When we first heard of Janet Devlin in 2014 she was already famous. She’d hit a stride by being on The X Factor in 2011. Her album Running With Scissors marked her American debut. What wasn’t known then was how much turmoil Devlin was going through. On June 5th Devlin with release Confessional, her new album and My Confessional, a book. Both are bluntly honest about how she has put her life back together. In March Devlin released her song “Away with Fairies” about her alcoholism.
It coincides to a chapter in the book. It appealed directly to me and my own sobriety. It also spurred doing this interview. Devlin has been revealing more of the album and the book on her YouTube site. Devlin is in her 20’s and has already lived a lifetime. As she begins this new chapter in her life, and reveals everything we applaud her for her honesty and bravery. For info visit https://www.janetdevlin.com/
FEMMUSIC: What was the biggest challenge making Confessional?
JD: Probably making the concept and album run together smoothly. I might have written the best song for the topic but it may have been the wrong mood for its place in the album running order. This ended up with me writing around three to four songs for each chapter.
FEMMUSIC: Tell me about Jonathan Quarmby. How did you meet? What made you decide to have him produce the album?
JD: I’d been in chats with his management company organising writing sessions with their acts/producers. So they hooked up a session between the two of us. What solidified him producing the record for me was receiving one of our writing demos back. He totally unlocked where I wanted to go with the contemporary but Irish feel of the record.
FEMMUSIC: Confessional is both highly personal and a big collaboration. Can you tell me about your vision for the album?
JD: I wanted to have an album that was reflective of my life. It spans just over a decade of the ups, downs and afflictions that I’ve lived through. I wanted to make an album that would allow people to get to know the real me. As a lot of the stories take place when I was living back home in Ireland, I wanted it to have that present in the sound.
FEMMUSIC: Tell me about My Confessional, the book. How did that come about? What was the biggest challenge doing it?
JD: Well I wanted to still make a relatable album but a lot of the topics were too heavy. So I figured that by writing a majority of the topics in a metaphorical manner, they would still be relatable to others. But as I wanted to confess my own “sins”, I figured the book was the best medium to do this. I would be able to tell people the whole truth but do so in my own voice.
FEMMUSIC: Your video, My Alcoholism – 5 Years in Recovery, is a stark admission of your worst days. How did going into recovery change you?
JD: Well, for starters, to made me sober ha! But in all seriousness it made me feel so much less alone. When you carry around years of isolation, shame and self-loathing, to know that other people have not only gone through it, but had come out the other side was amazing. So that feeling of community really made me so much happier and feel like more of a member of society.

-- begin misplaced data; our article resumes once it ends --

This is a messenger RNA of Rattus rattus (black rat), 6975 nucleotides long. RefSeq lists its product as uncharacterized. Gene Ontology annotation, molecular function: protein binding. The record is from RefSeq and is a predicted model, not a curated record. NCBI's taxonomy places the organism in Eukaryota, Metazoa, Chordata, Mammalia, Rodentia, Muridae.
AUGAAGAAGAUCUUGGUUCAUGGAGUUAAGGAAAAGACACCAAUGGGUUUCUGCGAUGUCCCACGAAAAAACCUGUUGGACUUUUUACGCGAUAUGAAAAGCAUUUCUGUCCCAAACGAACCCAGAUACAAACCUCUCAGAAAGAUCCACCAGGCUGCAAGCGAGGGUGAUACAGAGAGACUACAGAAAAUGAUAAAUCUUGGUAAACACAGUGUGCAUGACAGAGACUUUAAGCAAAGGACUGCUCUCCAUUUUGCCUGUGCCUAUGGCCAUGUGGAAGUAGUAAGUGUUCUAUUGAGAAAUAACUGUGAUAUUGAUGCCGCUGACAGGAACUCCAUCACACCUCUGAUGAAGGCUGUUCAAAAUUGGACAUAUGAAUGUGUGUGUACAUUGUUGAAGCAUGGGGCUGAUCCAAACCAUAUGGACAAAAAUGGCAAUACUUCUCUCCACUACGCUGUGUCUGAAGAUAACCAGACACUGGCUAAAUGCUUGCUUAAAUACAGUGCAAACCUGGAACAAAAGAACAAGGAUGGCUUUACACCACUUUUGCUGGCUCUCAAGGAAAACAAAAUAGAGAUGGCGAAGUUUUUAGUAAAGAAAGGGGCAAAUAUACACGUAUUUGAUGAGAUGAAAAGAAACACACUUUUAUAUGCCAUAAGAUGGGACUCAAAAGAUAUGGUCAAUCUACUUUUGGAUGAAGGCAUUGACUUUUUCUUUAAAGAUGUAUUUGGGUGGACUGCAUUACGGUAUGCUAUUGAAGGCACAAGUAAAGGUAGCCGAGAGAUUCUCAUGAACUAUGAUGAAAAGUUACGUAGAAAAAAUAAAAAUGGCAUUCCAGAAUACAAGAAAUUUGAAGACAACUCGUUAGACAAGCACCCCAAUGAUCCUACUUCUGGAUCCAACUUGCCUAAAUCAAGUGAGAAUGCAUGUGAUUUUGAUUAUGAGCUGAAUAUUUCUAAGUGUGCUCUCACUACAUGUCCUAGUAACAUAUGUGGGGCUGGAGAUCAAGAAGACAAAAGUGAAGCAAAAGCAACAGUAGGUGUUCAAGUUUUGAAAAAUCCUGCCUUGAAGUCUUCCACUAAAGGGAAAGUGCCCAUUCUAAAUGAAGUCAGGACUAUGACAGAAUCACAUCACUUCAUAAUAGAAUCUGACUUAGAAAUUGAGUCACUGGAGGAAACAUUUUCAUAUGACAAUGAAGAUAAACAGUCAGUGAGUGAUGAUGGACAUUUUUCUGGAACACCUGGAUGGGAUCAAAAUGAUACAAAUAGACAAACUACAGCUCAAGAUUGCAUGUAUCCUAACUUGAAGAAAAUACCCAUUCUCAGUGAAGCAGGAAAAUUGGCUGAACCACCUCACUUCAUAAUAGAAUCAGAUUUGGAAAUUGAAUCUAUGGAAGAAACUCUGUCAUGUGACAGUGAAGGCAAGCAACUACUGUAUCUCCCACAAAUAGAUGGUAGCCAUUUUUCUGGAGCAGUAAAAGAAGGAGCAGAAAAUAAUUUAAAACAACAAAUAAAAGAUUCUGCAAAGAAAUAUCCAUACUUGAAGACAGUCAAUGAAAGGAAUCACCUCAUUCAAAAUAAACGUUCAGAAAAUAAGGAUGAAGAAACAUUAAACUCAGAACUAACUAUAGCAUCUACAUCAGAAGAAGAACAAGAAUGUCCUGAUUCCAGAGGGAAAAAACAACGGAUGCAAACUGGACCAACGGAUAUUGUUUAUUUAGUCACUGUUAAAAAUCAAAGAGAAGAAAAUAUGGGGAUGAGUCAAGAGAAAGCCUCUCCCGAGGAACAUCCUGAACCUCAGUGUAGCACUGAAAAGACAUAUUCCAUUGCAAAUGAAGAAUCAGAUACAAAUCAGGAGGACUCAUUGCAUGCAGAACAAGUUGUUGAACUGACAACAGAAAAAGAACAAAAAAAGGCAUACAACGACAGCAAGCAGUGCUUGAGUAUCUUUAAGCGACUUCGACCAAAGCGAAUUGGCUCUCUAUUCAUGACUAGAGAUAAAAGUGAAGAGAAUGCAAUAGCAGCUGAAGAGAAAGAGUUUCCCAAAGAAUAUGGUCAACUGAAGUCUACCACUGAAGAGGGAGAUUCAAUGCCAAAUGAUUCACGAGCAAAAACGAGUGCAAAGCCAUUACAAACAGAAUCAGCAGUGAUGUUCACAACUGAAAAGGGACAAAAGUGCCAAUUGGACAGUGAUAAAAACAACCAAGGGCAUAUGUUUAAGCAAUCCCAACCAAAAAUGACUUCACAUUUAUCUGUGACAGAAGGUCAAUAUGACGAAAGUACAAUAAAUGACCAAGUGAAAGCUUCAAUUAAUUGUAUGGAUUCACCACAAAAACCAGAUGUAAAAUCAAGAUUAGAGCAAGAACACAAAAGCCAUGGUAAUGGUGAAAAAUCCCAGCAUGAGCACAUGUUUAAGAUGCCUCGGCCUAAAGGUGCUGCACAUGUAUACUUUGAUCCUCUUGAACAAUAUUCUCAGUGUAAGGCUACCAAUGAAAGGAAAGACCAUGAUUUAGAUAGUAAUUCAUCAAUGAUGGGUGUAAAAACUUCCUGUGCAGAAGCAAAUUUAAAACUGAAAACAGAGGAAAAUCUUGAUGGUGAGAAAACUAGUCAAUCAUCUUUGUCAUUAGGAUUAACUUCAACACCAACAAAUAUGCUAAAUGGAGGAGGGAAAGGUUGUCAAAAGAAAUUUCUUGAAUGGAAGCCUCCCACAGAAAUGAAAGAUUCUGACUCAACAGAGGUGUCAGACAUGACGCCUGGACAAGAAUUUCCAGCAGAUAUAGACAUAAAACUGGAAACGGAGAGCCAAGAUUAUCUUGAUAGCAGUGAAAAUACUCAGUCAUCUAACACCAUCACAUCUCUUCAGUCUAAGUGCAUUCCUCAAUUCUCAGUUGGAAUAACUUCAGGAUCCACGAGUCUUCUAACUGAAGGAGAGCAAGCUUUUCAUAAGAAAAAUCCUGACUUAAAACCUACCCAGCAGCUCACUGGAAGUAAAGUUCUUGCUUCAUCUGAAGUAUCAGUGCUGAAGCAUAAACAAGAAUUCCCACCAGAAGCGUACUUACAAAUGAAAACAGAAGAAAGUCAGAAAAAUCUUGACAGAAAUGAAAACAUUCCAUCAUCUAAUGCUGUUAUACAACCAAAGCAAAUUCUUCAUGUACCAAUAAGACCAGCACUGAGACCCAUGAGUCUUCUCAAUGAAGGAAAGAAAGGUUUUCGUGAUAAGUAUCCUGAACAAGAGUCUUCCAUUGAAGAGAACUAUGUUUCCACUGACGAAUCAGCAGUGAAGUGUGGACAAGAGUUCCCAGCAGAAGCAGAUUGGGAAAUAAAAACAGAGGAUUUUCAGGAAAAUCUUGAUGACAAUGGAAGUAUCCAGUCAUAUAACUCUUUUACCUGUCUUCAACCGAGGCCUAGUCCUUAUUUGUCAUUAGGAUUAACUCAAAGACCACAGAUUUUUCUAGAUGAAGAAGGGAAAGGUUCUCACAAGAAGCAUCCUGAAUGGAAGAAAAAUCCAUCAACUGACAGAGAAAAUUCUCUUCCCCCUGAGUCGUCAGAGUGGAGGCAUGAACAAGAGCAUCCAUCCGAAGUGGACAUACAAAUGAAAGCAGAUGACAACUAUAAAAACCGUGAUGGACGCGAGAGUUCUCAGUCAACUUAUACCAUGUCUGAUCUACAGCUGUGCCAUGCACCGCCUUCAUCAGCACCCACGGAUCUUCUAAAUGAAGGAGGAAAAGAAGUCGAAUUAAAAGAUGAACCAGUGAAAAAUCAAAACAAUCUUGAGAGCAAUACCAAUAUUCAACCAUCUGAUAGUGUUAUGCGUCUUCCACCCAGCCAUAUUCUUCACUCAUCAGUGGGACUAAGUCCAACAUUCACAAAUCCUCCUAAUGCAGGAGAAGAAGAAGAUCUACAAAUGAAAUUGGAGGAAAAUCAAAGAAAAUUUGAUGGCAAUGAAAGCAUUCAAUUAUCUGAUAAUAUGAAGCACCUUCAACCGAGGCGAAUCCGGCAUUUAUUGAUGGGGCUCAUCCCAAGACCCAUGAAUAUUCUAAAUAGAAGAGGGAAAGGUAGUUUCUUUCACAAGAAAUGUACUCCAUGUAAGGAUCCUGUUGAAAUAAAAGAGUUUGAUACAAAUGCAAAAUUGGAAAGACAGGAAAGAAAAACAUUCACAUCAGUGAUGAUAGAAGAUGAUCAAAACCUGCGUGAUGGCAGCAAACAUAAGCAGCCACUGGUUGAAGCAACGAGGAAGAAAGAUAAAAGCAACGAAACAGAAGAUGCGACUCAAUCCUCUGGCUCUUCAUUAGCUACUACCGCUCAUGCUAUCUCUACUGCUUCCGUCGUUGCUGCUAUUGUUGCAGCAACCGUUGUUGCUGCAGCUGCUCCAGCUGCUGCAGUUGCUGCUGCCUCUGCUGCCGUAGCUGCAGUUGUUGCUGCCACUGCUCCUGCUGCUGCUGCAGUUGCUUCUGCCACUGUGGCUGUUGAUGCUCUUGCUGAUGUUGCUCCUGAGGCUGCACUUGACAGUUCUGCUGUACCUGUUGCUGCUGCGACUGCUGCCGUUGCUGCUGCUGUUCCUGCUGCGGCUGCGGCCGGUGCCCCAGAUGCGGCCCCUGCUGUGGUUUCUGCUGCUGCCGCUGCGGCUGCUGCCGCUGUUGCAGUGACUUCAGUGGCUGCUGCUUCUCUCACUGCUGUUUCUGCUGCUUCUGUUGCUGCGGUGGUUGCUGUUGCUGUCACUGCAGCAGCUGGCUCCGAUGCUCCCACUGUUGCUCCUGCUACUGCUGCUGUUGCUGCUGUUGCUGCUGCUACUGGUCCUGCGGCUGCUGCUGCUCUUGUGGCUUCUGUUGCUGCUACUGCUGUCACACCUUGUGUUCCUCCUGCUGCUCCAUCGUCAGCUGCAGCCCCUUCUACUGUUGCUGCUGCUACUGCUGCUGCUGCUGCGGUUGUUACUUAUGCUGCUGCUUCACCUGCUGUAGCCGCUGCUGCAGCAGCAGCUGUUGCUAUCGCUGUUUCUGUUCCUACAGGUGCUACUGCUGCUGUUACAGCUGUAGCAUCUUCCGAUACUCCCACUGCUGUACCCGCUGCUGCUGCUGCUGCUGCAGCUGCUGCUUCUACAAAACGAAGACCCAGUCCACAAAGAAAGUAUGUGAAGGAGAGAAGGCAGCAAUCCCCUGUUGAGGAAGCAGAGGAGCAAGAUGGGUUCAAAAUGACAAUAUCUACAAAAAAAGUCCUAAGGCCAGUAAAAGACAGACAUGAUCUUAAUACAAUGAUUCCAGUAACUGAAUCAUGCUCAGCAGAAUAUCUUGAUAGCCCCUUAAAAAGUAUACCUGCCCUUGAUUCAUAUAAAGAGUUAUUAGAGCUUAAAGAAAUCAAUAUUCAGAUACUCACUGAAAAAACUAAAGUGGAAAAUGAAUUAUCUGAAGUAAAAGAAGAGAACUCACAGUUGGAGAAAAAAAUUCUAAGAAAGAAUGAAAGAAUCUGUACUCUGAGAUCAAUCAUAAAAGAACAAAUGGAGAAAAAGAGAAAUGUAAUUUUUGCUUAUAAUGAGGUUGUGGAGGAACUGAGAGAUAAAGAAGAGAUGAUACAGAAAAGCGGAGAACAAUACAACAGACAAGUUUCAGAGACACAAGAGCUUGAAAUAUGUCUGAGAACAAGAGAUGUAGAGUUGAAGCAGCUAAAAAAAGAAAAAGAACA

FEMMUSIC: The music business is not designed for sober people. Beyond the tales of sex, drugs and rock and roll, to be a successful artist means playing in venues that serve alcohol. What coping mechanisms have you developed in playing live?
JD: The “music industry” is such a blanket term. The sex, drugs and rock ’n roll of the eighties is few and far between nowadays. Most of the musicians I know tend to do most things in moderation… which I was very disappointed to find out about in the days when I was looking to get wrecked! I can only speak for myself here but I’m in no way bothered by being in pubs, bars or venues, which may be because I did very little of my drinking in public. So I actually don’t have any coping mechanisms because I don’t need them – this may not be the case for others though.
FEMMUSIC: What song (not your own) has had the biggest influence on you and why?
JD: It’s actually probably more of a soundtrack. When I was seven or eight my parents bought me the soundtrack for “O Brother, Where Art Thou?” And honestly, life’s never been the same since! It’s shaped my writing style but it also means that almost all bluegrass music gives me such a beautiful, nostalgic feeling.
FEMMUSIC: What challenges, if any, have you faced as a woman in the music industry? And how did you overcome them?
JD: I honestly don’t think I’ve ever faced any – thank the lord as I know it’s real and prevalent for many! If I have, I’ve clearly been too naive to notice!
FEMMUSIC: Whom would you most like to collaborate with, or tour with? Why?
JD: Oh gosh, the dream would Chris Stapleton! He is just my musical hero and to do anything with him would be an actual dream come true.
FEMMUSIC: What one thing would you like to change about the music industry?
JD: The competitive element that some try and enforce. I’m just out here making the music I want to make, and I’m just trying to have fun doing it. I don’t need someone to try and compare me to another act who’s doing “better” or just doing something similar. It’s a hard enough industry to be in without the scarcity complex being falsely enforced!